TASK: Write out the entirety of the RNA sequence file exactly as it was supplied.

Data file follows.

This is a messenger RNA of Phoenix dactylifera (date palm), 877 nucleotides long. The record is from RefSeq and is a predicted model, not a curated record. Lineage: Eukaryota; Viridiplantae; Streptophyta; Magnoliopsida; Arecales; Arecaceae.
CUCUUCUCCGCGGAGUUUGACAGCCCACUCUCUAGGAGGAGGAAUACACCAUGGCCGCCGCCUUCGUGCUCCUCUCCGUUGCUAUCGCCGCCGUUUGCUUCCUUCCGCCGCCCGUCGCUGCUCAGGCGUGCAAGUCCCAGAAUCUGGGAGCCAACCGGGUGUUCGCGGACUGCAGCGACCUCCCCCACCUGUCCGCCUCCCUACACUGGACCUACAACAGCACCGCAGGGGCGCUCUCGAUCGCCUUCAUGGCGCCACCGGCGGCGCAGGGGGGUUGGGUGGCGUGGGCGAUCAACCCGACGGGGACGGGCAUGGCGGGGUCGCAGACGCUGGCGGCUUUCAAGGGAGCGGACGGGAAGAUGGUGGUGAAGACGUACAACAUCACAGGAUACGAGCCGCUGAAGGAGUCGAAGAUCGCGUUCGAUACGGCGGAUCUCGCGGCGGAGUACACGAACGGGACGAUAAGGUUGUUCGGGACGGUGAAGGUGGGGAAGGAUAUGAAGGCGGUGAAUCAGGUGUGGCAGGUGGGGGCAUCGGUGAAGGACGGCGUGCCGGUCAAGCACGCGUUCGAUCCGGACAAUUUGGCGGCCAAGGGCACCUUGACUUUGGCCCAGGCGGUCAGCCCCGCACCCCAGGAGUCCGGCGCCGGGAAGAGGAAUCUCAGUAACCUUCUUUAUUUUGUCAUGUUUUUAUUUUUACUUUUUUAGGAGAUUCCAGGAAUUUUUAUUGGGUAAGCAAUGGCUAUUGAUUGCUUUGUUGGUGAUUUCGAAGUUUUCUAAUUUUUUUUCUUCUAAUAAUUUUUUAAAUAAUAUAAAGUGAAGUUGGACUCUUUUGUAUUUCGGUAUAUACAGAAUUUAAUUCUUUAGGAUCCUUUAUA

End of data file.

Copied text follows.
This is a messenger RNA of Phoenix dactylifera (date palm), 877 nucleotides long. The record is from RefSeq and is a predicted model, not a curated record. Lineage: Eukaryota; Viridiplantae; Streptophyta; Magnoliopsida; Arecales; Arecaceae.
CUCUUCUCCGCGGAGUUUGACAGCCCACUCUCUAGGAGGAGGAAUACACCAUGGCCGCCGCCUUCGUGCUCCUCUCCGUUGCUAUCGCCGCCGUUUGCUUCCUUCCGCCGCCCGUCGCUGCUCAGGCGUGCAAGUCCCAGAAUCUGGGAGCCAACCGGGUGUUCGCGGACUGCAGCGACCUCCCCCACCUGUCCGCCUCCCUACACUGGACCUACAACAGCACCGCAGGGGCGCUCUCGAUCGCCUUCAUGGCGCCACCGGCGGCGCAGGGGGGUUGGGUGGCGUGGGCGAUCAACCCGACGGGGACGGGCAUGGCGGGGUCGCAGACGCUGGCGGCUUUCAAGGGAGCGGACGGGAAGAUGGUGGUGAAGACGUACAACAUCACAGGAUACGAGCCGCUGAAGGAGUCGAAGAUCGCGUUCGAUACGGCGGAUCUCGCGGCGGAGUACACGAACGGGACGAUAAGGUUGUUCGGGACGGUGAAGGUGGGGAAGGAUAUGAAGGCGGUGAAUCAGGUGUGGCAGGUGGGGGCAUCGGUGAAGGACGGCGUGCCGGUCAAGCACGCGUUCGAUCCGGACAAUUUGGCGGCCAAGGGCACCUUGACUUUGGCCCAGGCGGUCAGCCCCGCACCCCAGGAGUCCGGCGCCGGGAAGAGGAAUCUCAGUAACCUUCUUUAUUUUGUCAUGUUUUUAUUUUUACUUUUUUAGGAGAUUCCAGGAAUUUUUAUUGGGUAAGCAAUGGCUAUUGAUUGCUUUGUUGGUGAUUUCGAAGUUUUCUAAUUUUUUUUCUUCUAAUAAUUUUUUAAAUAAUAUAAAGUGAAGUUGGACUCUUUUGUAUUUCGGUAUAUACAGAAUUUAAUUCUUUAGGAUCCUUUAUA